Looking ahead, Ionis is on track to start releasing pivotal-stage data for its next generation of antisense drugs -- such as IONIS-TTRRx for Familial Amyloid Polyneuropathy -- over the next two to three years. And if Ionis has indeed solved the outstanding issues that have slowed the development of antisense drugs in general, its shares should rise accordingly -- possibly even transforming the company into a large-cap biotech over the next two decades.
Steve Symington: Perhaps it's the inner wings, beer, and sports fan compelling me, but I think investors would do well to buy and hold Buffalo Wild Wings (NASDAQ:BWLD) stock for the next two decades. As it stands, Buffalo Wild Wings shares have fallen more than 20% over the past six months, in part as the company works to digest last year's enormous $160 million acquisition of 41 franchised locations to bring them back into the company-owned fold, and most recently as the company turned in weaker-than-expected same-store sales growth in the fourth quarter.
However, B-Dubs' same-store sales growth still managed to outpace the broader casual dining industry. And the company managed to reduce both cost of labor and cost of sales while simultaneously repurchasing shares under a $200 million buyback authorization approved by its board this past November. What's more, investors seem to have lost sight of Buffalo Wild Wings' long-term goal of nearly tripling its current restaurant unit base to 3,000 locations worldwide. That plan includes growing its North American base of flagship restaurants by around 50%, to 1,700 units, over the next decade, as well as expanding its diversified restaurant concepts to as many as five new brands in addition to "just" its currently owned Buffalo Wild Wings, R Taco, and PizzaRev chains. For investors willing to buy and hold shares of Buffalo Wild Wings as it implements its lofty ambitions in the coming years, I think shares at today's levels are a mouthwatering bargain.
Daniel Miller: Picking stocks to buy and hold for 20 years can be frightening. Blockbuster was a no-brainer investment, until it wasn't -- and that happened practically overnight. The same goes for countless other businesses that will inevitably be disrupted by new technology. However, what I can guarantee you is that there will always be goods needing to be transported across America, and the newest popular phone app or streaming service won't make railroads obsolete. For that reason, my pick is Union Pacific Corporation (NYSE:UNP).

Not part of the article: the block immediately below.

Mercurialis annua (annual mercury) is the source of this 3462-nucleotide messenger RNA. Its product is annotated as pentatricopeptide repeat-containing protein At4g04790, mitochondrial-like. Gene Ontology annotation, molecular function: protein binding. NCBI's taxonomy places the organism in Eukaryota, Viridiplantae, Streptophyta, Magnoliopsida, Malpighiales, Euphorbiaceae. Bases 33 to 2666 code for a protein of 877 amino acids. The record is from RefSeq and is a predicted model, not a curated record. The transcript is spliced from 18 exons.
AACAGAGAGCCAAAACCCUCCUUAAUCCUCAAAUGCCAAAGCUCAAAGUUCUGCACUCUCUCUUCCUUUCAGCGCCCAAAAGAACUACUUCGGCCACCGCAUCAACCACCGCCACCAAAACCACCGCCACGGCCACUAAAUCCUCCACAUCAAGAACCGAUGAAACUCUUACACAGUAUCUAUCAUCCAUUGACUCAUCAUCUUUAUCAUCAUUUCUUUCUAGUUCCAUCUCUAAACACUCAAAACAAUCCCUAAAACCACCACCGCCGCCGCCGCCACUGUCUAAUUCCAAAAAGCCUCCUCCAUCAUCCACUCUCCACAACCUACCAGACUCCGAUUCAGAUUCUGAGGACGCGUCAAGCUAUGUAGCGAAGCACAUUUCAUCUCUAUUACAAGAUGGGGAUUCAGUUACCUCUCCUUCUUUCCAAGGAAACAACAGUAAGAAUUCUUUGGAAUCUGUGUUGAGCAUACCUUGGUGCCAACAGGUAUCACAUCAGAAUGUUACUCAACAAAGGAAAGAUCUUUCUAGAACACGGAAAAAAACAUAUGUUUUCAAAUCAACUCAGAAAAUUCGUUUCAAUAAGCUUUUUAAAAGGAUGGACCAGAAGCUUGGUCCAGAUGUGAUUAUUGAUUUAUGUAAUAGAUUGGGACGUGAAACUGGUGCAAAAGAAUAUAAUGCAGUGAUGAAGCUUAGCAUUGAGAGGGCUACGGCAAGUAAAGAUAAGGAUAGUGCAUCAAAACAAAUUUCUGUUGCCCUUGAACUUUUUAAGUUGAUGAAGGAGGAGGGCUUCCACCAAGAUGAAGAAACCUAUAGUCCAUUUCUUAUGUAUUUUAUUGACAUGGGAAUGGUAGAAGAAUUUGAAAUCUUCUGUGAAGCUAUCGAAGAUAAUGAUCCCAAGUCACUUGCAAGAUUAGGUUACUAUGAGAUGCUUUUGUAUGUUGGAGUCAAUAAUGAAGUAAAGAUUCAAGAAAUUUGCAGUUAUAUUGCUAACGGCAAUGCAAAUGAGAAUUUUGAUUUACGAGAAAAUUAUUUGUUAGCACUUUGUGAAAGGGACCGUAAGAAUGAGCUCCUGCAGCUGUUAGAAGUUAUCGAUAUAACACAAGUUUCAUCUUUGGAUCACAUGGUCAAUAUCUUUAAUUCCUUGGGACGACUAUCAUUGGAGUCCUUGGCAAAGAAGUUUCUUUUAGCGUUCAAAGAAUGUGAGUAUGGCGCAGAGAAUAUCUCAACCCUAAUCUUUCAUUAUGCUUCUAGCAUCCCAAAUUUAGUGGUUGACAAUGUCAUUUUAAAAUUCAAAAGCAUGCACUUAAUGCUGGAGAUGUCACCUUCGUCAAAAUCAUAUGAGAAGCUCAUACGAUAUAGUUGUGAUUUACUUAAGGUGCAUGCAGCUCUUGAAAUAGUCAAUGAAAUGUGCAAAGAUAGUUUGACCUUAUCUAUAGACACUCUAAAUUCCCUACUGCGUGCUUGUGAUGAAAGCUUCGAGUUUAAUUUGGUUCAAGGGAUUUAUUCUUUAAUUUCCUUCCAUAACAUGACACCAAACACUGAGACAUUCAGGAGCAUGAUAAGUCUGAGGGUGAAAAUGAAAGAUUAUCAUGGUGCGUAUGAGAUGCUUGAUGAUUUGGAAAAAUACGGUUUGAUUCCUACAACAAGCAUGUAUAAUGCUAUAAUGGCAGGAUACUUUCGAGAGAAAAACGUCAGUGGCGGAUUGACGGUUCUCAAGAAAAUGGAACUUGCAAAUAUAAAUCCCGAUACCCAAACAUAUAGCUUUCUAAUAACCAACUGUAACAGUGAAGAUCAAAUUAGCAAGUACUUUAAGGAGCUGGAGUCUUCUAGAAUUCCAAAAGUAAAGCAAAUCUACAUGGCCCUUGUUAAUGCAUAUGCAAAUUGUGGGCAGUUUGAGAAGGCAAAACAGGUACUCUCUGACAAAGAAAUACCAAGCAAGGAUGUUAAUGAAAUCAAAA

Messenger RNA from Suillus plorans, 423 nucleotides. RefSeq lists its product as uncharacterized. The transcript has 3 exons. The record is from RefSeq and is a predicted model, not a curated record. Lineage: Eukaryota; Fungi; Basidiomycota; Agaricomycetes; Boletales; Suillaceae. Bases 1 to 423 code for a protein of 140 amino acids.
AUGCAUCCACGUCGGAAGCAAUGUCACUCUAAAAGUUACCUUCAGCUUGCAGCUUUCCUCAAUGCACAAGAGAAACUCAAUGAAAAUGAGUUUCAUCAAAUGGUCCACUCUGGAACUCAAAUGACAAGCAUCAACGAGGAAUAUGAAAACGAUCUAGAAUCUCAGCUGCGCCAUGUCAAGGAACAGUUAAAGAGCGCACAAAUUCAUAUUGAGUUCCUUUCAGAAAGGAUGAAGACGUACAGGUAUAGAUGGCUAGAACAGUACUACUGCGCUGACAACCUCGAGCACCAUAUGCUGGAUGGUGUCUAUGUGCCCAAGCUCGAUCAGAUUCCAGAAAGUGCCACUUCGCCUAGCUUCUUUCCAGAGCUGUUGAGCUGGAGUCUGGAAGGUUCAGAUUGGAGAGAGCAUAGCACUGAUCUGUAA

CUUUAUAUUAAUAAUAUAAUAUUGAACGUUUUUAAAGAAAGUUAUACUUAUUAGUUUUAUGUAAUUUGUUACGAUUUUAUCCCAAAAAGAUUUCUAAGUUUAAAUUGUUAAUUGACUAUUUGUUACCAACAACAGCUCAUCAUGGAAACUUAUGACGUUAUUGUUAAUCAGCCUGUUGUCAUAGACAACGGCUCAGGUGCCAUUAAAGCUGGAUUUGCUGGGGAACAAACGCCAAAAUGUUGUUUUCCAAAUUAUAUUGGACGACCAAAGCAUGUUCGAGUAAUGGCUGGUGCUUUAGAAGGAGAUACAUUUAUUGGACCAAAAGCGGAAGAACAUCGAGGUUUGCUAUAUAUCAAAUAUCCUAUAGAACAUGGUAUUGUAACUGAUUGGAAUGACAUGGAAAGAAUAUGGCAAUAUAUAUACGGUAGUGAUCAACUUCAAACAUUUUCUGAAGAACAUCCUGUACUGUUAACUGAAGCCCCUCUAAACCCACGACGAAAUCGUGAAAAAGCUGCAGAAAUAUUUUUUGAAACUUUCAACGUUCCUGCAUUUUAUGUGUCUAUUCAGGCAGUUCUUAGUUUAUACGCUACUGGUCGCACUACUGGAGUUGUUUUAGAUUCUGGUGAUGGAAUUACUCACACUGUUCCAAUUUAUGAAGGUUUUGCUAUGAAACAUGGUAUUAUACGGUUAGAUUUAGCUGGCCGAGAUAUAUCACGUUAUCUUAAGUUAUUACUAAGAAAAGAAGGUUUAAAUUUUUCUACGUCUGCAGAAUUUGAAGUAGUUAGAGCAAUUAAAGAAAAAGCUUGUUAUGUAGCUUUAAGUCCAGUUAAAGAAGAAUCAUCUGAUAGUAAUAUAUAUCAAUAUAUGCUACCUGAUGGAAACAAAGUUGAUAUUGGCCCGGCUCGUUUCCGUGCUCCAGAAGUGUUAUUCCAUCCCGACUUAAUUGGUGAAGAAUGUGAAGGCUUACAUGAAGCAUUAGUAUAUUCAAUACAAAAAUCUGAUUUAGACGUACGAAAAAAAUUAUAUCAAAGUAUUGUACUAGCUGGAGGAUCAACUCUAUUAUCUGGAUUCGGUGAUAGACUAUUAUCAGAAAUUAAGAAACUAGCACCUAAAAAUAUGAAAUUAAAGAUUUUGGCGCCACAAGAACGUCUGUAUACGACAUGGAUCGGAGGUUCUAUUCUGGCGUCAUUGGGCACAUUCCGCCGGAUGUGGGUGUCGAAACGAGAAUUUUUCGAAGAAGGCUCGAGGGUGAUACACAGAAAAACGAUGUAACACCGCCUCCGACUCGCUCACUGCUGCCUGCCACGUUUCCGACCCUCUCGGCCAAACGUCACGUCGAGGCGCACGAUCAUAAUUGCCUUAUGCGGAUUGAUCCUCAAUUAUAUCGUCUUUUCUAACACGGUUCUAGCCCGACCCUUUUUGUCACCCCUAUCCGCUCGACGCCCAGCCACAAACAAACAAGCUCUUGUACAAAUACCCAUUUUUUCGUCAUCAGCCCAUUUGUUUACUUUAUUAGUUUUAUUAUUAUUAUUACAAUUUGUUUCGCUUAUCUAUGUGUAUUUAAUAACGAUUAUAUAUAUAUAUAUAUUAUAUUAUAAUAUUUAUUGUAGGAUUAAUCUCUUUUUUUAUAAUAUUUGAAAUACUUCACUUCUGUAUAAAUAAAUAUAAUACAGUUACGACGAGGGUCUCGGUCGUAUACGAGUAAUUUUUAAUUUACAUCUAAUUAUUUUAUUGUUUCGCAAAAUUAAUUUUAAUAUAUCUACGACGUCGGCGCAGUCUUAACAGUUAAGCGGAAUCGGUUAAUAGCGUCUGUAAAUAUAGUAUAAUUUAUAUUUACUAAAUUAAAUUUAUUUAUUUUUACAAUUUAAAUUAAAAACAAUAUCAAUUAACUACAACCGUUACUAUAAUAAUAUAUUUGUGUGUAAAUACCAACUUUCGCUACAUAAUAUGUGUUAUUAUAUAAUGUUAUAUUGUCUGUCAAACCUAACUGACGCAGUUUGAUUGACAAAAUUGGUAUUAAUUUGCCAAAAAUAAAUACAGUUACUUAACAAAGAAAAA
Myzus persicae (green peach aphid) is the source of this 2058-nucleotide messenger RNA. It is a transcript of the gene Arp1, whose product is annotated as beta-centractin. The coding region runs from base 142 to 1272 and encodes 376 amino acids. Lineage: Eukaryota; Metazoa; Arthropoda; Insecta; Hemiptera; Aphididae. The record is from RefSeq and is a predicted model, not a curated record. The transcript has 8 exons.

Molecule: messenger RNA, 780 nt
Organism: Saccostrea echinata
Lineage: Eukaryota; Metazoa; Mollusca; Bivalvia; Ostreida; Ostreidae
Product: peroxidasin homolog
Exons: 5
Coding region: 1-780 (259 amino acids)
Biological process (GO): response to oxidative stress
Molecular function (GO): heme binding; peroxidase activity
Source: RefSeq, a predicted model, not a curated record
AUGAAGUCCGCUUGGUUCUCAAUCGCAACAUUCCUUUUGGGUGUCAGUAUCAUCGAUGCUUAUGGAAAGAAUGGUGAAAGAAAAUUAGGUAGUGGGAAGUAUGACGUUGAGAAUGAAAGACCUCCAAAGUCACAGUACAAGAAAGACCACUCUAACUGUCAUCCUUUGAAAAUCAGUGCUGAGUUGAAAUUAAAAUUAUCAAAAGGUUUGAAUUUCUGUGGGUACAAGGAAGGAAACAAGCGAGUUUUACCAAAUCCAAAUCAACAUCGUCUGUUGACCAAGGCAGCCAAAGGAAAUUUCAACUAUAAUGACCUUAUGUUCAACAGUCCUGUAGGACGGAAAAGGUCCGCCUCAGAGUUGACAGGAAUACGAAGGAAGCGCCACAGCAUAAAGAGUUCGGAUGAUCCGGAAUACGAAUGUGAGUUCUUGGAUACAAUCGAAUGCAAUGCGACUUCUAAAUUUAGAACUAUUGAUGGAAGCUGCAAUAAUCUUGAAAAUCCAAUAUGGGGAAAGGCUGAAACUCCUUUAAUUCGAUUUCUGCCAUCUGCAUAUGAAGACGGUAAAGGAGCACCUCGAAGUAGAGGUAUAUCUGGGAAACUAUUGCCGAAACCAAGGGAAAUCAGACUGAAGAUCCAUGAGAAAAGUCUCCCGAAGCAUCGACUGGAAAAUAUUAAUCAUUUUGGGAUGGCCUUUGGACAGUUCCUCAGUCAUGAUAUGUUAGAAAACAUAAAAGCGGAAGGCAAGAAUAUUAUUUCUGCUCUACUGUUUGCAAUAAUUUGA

Sure, 2015 wasn't great for railroads and this year will likely be another rough year for revenue and earnings, but Union Pacific continues to improve its operations and return value to shareholders. The railroad managed to improve its core price during the fourth quarter by 3.5% despite fewer carloads. And, despite the operating ratio moving higher in the fourth quarter compared to the prior year (that's a bad thing), Union Pacific still managed to set a full-year record low operating ratio of 63.1%. Management plans to keep improving the operating ratio and maintained its target to reach 60% by 2019.
Also, when looking at a two-decade horizon for holding a stock, you'll want to pick a company with a track record of dishing consistent dividends to investors and buying shares back. Union Pacific has done this extremely well over the past decade, and will likely continue to do so.
Put another way, over the past decade Union Pacific has grown its dividend by 633% all while slashing its outstanding share count by 21% -- pretty impressive. Ultimately, railroads are less expensive for long distances and are 4 times more fuel-efficient per ton-mile shipped, according to Morningstar.com, which will ensure railroads like Union Pacific are a great choice for investors with a 20-year time horizon.
Dan Caplinger owns shares of Starbucks. Daniel Miller has no position in any stocks mentioned. George Budwell has no position in any stocks mentioned. Sean Williams has no position in any stocks mentioned. Steve Symington owns shares of Buffalo Wild Wings. The Motley Fool owns shares of and recommends Buffalo Wild Wings, Ionis Pharmaceuticals, Starbucks, and Visa. Try any of our Foolish newsletter services free for 30 days. We Fools may not all hold the same opinions, but we all believe that considering a diverse range of insights makes us better investors. The Motley Fool has a disclosure policy.